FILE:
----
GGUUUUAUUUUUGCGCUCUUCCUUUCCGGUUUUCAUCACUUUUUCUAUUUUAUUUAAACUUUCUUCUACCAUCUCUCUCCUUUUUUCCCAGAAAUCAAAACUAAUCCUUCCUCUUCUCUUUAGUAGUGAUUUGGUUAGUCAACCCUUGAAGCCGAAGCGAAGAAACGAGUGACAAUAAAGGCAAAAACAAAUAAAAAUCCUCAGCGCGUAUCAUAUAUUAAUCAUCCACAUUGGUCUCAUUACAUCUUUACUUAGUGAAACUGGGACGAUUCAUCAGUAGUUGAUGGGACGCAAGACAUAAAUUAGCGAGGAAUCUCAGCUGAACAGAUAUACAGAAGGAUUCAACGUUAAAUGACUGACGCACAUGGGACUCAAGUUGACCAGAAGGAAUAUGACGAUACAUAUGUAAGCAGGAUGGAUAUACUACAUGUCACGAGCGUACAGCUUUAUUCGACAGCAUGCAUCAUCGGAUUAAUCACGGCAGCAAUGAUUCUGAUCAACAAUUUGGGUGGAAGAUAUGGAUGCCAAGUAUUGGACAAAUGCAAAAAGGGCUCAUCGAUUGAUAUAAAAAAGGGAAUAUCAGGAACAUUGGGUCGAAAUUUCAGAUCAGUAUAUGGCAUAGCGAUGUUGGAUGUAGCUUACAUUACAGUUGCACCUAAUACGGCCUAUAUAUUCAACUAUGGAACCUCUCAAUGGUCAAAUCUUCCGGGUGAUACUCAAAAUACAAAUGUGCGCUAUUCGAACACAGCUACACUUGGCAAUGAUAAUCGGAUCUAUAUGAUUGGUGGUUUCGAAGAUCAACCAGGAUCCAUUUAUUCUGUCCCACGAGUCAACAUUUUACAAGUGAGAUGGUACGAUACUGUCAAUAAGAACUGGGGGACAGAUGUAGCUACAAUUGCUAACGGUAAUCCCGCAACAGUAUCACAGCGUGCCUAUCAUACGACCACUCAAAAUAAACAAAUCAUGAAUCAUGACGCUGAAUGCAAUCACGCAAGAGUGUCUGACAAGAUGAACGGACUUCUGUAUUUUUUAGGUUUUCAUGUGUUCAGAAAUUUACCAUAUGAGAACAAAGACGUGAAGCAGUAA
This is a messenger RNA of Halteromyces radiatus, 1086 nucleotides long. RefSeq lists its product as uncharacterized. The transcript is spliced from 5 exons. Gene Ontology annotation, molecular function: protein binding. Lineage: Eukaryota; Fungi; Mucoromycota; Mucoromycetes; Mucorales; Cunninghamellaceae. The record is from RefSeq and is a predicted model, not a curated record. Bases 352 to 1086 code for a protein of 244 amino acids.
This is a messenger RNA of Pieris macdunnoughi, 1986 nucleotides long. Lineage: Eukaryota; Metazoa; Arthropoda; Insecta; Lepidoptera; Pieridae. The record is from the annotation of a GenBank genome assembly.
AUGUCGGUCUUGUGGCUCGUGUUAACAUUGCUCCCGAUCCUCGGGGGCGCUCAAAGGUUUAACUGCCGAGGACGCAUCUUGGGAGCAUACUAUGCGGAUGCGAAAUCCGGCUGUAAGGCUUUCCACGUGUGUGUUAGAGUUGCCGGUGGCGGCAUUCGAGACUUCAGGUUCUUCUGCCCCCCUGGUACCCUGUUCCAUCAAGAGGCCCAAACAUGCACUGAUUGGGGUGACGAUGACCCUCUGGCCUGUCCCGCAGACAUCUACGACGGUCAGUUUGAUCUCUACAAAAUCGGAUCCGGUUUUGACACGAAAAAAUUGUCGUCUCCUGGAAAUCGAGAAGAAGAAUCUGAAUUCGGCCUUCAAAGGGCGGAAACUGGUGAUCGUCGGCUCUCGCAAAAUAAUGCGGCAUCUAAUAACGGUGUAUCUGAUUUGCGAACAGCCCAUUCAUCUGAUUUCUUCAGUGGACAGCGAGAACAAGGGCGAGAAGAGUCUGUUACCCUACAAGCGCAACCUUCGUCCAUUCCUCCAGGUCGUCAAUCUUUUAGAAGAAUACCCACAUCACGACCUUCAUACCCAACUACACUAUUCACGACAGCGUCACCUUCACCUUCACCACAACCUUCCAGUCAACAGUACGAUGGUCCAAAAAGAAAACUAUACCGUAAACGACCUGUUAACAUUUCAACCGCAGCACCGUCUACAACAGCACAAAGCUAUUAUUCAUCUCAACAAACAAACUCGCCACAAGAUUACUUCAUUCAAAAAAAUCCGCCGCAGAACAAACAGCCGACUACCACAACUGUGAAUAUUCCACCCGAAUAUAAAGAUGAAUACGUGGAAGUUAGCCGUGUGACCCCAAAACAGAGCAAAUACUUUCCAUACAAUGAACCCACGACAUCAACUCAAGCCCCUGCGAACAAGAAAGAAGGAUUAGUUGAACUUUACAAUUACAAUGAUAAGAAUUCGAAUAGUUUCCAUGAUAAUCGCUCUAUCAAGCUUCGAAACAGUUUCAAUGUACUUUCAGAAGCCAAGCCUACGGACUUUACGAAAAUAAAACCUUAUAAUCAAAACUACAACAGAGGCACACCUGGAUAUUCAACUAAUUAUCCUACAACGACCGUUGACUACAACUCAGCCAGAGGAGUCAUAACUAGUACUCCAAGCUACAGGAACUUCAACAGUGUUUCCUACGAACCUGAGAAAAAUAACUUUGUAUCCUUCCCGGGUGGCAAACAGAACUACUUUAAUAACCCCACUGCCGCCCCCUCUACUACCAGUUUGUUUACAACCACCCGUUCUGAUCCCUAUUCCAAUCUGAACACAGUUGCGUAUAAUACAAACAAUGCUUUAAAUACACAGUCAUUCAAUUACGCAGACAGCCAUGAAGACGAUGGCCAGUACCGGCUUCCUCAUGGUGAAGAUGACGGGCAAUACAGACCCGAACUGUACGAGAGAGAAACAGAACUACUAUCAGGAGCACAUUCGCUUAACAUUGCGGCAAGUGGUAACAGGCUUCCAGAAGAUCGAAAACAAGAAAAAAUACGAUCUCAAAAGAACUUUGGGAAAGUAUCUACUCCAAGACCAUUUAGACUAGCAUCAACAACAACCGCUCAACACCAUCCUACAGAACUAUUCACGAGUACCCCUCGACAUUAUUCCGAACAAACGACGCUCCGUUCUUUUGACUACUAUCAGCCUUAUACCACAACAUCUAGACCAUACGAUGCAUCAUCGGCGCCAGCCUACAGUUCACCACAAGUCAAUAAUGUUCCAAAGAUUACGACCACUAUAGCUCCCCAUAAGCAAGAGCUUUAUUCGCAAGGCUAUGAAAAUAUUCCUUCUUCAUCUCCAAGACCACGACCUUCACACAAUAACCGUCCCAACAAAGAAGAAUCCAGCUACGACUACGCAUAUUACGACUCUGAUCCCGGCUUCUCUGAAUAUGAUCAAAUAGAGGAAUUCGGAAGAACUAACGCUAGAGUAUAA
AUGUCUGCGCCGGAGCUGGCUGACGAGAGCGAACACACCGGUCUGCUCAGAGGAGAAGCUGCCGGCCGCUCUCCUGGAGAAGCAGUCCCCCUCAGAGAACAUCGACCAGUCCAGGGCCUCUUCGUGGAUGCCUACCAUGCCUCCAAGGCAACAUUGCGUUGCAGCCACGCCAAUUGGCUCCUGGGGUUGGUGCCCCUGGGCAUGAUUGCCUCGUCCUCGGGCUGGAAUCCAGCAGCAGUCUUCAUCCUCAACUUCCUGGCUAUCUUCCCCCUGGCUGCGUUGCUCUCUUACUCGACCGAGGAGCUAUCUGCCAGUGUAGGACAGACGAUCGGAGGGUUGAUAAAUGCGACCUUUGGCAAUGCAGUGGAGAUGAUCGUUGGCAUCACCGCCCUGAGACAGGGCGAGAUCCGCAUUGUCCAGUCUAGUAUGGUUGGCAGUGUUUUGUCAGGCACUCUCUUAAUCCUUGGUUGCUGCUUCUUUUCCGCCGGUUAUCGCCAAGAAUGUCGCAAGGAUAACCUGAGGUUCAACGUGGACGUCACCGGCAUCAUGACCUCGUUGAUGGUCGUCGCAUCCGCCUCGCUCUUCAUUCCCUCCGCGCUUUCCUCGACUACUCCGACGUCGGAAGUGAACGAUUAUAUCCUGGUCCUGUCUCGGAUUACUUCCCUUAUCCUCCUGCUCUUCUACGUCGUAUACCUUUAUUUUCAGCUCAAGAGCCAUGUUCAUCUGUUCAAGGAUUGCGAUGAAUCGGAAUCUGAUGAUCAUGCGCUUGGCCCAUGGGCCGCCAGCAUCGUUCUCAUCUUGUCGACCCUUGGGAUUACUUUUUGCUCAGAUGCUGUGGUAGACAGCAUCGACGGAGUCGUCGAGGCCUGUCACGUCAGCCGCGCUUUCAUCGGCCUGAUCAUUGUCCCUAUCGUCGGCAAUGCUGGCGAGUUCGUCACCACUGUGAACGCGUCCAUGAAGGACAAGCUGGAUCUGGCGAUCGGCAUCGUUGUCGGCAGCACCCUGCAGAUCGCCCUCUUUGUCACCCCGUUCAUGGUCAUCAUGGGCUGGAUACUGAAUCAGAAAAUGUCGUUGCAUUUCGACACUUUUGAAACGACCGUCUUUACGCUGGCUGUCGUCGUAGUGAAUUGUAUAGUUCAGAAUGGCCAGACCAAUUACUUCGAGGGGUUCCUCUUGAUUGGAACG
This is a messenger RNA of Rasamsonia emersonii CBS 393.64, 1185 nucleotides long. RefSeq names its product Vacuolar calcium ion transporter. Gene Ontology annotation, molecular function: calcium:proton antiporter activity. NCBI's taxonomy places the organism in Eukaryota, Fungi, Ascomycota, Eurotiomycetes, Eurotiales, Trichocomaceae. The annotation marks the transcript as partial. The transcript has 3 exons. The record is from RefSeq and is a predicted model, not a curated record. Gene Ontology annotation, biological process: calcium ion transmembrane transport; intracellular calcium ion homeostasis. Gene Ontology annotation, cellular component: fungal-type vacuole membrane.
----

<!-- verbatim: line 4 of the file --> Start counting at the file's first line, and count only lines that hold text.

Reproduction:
AUGUCGGUCUUGUGGCUCGUGUUAACAUUGCUCCCGAUCCUCGGGGGCGCUCAAAGGUUUAACUGCCGAGGACGCAUCUUGGGAGCAUACUAUGCGGAUGCGAAAUCCGGCUGUAAGGCUUUCCACGUGUGUGUUAGAGUUGCCGGUGGCGGCAUUCGAGACUUCAGGUUCUUCUGCCCCCCUGGUACCCUGUUCCAUCAAGAGGCCCAAACAUGCACUGAUUGGGGUGACGAUGACCCUCUGGCCUGUCCCGCAGACAUCUACGACGGUCAGUUUGAUCUCUACAAAAUCGGAUCCGGUUUUGACACGAAAAAAUUGUCGUCUCCUGGAAAUCGAGAAGAAGAAUCUGAAUUCGGCCUUCAAAGGGCGGAAACUGGUGAUCGUCGGCUCUCGCAAAAUAAUGCGGCAUCUAAUAACGGUGUAUCUGAUUUGCGAACAGCCCAUUCAUCUGAUUUCUUCAGUGGACAGCGAGAACAAGGGCGAGAAGAGUCUGUUACCCUACAAGCGCAACCUUCGUCCAUUCCUCCAGGUCGUCAAUCUUUUAGAAGAAUACCCACAUCACGACCUUCAUACCCAACUACACUAUUCACGACAGCGUCACCUUCACCUUCACCACAACCUUCCAGUCAACAGUACGAUGGUCCAAAAAGAAAACUAUACCGUAAACGACCUGUUAACAUUUCAACCGCAGCACCGUCUACAACAGCACAAAGCUAUUAUUCAUCUCAACAAACAAACUCGCCACAAGAUUACUUCAUUCAAAAAAAUCCGCCGCAGAACAAACAGCCGACUACCACAACUGUGAAUAUUCCACCCGAAUAUAAAGAUGAAUACGUGGAAGUUAGCCGUGUGACCCCAAAACAGAGCAAAUACUUUCCAUACAAUGAACCCACGACAUCAACUCAAGCCCCUGCGAACAAGAAAGAAGGAUUAGUUGAACUUUACAAUUACAAUGAUAAGAAUUCGAAUAGUUUCCAUGAUAAUCGCUCUAUCAAGCUUCGAAACAGUUUCAAUGUACUUUCAGAAGCCAAGCCUACGGACUUUACGAAAAUAAAACCUUAUAAUCAAAACUACAACAGAGGCACACCUGGAUAUUCAACUAAUUAUCCUACAACGACCGUUGACUACAACUCAGCCAGAGGAGUCAUAACUAGUACUCCAAGCUACAGGAACUUCAACAGUGUUUCCUACGAACCUGAGAAAAAUAACUUUGUAUCCUUCCCGGGUGGCAAACAGAACUACUUUAAUAACCCCACUGCCGCCCCCUCUACUACCAGUUUGUUUACAACCACCCGUUCUGAUCCCUAUUCCAAUCUGAACACAGUUGCGUAUAAUACAAACAAUGCUUUAAAUACACAGUCAUUCAAUUACGCAGACAGCCAUGAAGACGAUGGCCAGUACCGGCUUCCUCAUGGUGAAGAUGACGGGCAAUACAGACCCGAACUGUACGAGAGAGAAACAGAACUACUAUCAGGAGCACAUUCGCUUAACAUUGCGGCAAGUGGUAACAGGCUUCCAGAAGAUCGAAAACAAGAAAAAAUACGAUCUCAAAAGAACUUUGGGAAAGUAUCUACUCCAAGACCAUUUAGACUAGCAUCAACAACAACCGCUCAACACCAUCCUACAGAACUAUUCACGAGUACCCCUCGACAUUAUUCCGAACAAACGACGCUCCGUUCUUUUGACUACUAUCAGCCUUAUACCACAACAUCUAGACCAUACGAUGCAUCAUCGGCGCCAGCCUACAGUUCACCACAAGUCAAUAAUGUUCCAAAGAUUACGACCACUAUAGCUCCCCAUAAGCAAGAGCUUUAUUCGCAAGGCUAUGAAAAUAUUCCUUCUUCAUCUCCAAGACCACGACCUUCACACAAUAACCGUCCCAACAAAGAAGAAUCCAGCUACGACUACGCAUAUUACGACUCUGAUCCCGGCUUCUCUGAAUAUGAUCAAAUAGAGGAAUUCGGAAGAACUAACGCUAGAGUAUAA